I have some friends who work at a company which offers 50% 401k matching up to some amount, but they don't take advantage of it because they want to use the money for non-retirement purposes. Ignoring the problems with not saving for retirement, it seems like they're leaving money on the table. Can't they just contribute to their 401k up to the matching limit, then immediately withdraw it? I know there's a 10% early withdrawal penalty, but as long as the match is more than 11.1̅%, it seems like it would always be worth it.

Is there any reason this won't work, like limits to how soon you can withdraw from an 401k, or how you withdraw from it?

I know that you have to pay income tax on the money you withdraw, but you'd have to pay it either way so I don't think it's relevant.

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    There's the penalty, and the tax they should have paid which they'll also have to pay. Apart from that, it still seems like they're leaving money on the table.
    – Peter K.
    Commented Mar 19, 2015 at 20:36
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    You, or your friends, need to read the information provided by the 401k plan about non-qualified withdrawals (those that will be subjected to 10% penalty plus income tax) as well as how vesting works in the plan under consideration. Commented Mar 19, 2015 at 21:30
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    I know that you need to pay income tax when you withdraw it, but you'd pay the same tax either way. Commented Mar 19, 2015 at 22:21
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    Most 401k plans do not allow you to withdraw money while still employed at the company.
    – user102008
    Commented Mar 19, 2015 at 22:22
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    @DilipSarwate, your comment should be converted to an answer. It covers everything.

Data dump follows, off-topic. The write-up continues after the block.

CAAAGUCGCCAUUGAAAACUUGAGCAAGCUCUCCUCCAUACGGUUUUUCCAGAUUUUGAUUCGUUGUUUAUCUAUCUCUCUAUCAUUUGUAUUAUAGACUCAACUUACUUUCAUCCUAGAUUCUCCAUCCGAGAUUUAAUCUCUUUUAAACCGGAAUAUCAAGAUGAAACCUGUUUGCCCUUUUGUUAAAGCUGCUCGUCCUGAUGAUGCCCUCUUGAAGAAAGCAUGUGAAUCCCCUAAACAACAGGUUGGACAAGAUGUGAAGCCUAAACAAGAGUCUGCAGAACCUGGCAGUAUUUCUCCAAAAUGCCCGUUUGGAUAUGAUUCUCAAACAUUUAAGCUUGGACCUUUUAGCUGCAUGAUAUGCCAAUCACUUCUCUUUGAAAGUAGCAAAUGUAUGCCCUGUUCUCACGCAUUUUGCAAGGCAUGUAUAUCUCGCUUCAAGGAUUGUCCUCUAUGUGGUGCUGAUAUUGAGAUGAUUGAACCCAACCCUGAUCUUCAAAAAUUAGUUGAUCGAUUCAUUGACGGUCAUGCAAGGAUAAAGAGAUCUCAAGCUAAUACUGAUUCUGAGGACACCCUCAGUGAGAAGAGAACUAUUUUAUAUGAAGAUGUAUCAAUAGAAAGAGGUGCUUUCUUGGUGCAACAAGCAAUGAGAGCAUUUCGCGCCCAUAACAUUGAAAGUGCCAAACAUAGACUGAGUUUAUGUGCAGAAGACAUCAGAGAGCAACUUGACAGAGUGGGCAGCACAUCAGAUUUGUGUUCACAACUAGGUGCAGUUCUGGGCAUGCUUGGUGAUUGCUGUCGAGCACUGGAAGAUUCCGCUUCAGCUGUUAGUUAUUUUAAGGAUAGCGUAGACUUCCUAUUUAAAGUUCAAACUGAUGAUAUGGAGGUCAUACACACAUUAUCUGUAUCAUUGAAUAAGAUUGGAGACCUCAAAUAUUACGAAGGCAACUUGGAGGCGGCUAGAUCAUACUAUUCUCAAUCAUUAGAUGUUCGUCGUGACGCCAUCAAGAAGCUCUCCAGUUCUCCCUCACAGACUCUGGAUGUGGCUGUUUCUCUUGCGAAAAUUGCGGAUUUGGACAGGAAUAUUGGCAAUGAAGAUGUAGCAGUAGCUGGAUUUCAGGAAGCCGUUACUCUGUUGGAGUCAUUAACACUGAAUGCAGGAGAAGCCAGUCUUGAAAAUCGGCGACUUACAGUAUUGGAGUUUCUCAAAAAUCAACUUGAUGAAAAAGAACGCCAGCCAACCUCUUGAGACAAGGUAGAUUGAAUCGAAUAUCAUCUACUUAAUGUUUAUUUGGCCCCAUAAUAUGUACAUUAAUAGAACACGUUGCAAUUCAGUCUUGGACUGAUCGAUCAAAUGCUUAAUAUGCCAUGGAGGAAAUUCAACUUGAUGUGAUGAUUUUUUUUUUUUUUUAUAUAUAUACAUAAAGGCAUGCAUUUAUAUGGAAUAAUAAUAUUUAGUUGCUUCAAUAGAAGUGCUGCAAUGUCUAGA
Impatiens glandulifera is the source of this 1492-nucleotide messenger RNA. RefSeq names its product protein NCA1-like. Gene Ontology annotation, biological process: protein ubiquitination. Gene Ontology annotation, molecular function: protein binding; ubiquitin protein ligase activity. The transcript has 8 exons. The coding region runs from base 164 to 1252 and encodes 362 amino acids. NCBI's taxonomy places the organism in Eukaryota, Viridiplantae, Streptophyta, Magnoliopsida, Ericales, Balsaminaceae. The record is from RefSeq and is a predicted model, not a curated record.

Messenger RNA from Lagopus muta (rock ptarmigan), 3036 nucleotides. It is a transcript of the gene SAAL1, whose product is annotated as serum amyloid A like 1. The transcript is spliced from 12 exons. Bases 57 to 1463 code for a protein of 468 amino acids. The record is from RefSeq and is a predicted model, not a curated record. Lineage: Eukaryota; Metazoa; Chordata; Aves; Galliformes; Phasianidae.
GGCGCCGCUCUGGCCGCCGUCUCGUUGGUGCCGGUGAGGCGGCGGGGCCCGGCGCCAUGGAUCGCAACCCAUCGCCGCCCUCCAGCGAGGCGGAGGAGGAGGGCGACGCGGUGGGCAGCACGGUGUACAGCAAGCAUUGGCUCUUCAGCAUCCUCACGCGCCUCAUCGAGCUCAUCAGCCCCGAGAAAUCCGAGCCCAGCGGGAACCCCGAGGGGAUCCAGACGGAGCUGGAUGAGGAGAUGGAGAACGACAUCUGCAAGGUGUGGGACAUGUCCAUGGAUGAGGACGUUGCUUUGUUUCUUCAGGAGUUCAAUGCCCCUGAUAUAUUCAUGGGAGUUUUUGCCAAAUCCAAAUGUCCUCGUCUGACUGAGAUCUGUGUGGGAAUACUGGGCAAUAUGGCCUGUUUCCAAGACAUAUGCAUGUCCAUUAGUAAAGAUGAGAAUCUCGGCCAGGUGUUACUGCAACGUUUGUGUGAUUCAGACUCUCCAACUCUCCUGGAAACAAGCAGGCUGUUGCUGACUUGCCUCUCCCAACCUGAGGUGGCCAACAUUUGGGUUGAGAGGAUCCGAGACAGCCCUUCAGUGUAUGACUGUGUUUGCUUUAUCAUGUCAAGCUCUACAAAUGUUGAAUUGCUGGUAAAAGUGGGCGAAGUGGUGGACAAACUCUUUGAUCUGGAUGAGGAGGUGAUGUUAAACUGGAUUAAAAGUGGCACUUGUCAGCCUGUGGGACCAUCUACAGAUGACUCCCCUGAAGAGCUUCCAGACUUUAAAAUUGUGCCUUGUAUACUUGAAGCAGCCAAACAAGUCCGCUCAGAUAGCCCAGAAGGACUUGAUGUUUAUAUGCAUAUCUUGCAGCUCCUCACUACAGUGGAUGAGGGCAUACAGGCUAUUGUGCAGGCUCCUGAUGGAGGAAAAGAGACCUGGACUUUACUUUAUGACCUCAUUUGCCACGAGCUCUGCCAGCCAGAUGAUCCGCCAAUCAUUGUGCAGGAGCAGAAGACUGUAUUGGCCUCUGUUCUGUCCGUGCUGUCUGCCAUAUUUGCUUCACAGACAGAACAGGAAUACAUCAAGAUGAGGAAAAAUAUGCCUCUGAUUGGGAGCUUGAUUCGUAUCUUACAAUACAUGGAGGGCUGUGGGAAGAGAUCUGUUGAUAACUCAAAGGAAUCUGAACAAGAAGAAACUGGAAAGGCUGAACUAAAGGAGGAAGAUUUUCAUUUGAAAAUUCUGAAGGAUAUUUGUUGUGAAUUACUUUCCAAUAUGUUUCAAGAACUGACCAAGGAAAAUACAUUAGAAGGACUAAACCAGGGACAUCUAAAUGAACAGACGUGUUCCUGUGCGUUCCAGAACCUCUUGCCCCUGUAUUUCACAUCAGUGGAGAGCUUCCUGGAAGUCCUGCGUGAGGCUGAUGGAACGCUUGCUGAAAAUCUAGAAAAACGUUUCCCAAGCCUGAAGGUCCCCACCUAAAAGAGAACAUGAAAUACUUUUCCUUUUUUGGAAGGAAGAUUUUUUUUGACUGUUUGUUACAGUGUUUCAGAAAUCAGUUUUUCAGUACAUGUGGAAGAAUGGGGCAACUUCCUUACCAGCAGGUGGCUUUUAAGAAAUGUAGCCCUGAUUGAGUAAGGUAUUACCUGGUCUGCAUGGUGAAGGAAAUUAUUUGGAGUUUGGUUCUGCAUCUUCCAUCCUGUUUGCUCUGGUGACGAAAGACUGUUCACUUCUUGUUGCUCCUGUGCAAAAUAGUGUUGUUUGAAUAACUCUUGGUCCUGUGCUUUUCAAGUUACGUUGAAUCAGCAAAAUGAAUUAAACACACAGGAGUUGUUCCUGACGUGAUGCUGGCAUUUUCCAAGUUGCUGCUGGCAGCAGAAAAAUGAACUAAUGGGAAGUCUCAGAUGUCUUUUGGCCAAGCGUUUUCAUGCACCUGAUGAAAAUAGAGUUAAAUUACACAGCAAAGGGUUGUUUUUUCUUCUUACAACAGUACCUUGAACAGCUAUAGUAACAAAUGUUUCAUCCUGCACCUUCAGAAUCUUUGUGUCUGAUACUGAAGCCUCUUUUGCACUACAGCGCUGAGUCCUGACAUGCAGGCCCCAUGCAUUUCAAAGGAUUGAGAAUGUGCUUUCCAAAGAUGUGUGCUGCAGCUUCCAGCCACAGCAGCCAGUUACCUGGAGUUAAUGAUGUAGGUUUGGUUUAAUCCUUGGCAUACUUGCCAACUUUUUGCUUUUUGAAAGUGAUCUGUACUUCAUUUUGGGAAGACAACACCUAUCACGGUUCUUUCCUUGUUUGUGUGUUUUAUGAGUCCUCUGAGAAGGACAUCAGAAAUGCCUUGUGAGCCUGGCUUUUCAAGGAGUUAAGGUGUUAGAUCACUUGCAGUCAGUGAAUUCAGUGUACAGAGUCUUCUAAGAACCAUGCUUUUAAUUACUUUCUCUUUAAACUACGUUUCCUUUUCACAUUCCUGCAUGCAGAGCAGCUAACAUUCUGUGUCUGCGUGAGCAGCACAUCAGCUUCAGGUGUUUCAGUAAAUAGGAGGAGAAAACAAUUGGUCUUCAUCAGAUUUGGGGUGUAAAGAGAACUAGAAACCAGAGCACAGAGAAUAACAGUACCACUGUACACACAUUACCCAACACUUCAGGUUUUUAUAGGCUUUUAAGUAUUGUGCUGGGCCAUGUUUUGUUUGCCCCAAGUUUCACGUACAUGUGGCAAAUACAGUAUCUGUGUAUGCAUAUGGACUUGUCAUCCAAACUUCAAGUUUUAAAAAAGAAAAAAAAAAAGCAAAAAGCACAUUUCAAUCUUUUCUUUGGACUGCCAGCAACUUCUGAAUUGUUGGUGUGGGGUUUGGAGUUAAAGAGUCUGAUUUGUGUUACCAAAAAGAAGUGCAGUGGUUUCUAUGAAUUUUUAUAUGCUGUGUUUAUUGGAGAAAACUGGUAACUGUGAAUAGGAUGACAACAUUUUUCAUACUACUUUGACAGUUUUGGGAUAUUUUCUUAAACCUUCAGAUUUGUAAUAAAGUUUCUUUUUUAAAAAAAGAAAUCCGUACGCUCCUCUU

– Kent A.
    Commented Mar 19, 2015 at 22:25

2 Answers 2


You cannot withdraw funds from a 401(k) while still employed with your company. To access your contributions, that would be treated as a loan against the 401(k), in which case you'd pay an upfront fee, and then have to repay the amount loaned, plus interest, over a set period of time. (In essence, you are paying back yourself.) Typically, there is also a minimum amount you must take out as a loan. Should you leave the job and still have an outstanding loan against your 401(k), it will be treated as a withdrawal after a certain date, at which point a 10% penalty plus taxes applies, unless you pay back the full amount of the loan remaining before that certain date.

Your friends should seriously consider contributing the minimum amount necessary to get that full 50% matching amount. It's free money. As you said, it's like leaving money on the table.


Some 401k matching is not 100% yours immediately on deposit, depending on the plan. Some matching plans have a vesting period where the funds must stay in the account and you must remain employed before they are considered yours.

Ensure that there is no vesting schedule tied to the matched portion. Contributions from your paycheck are 100% yours no matter what.

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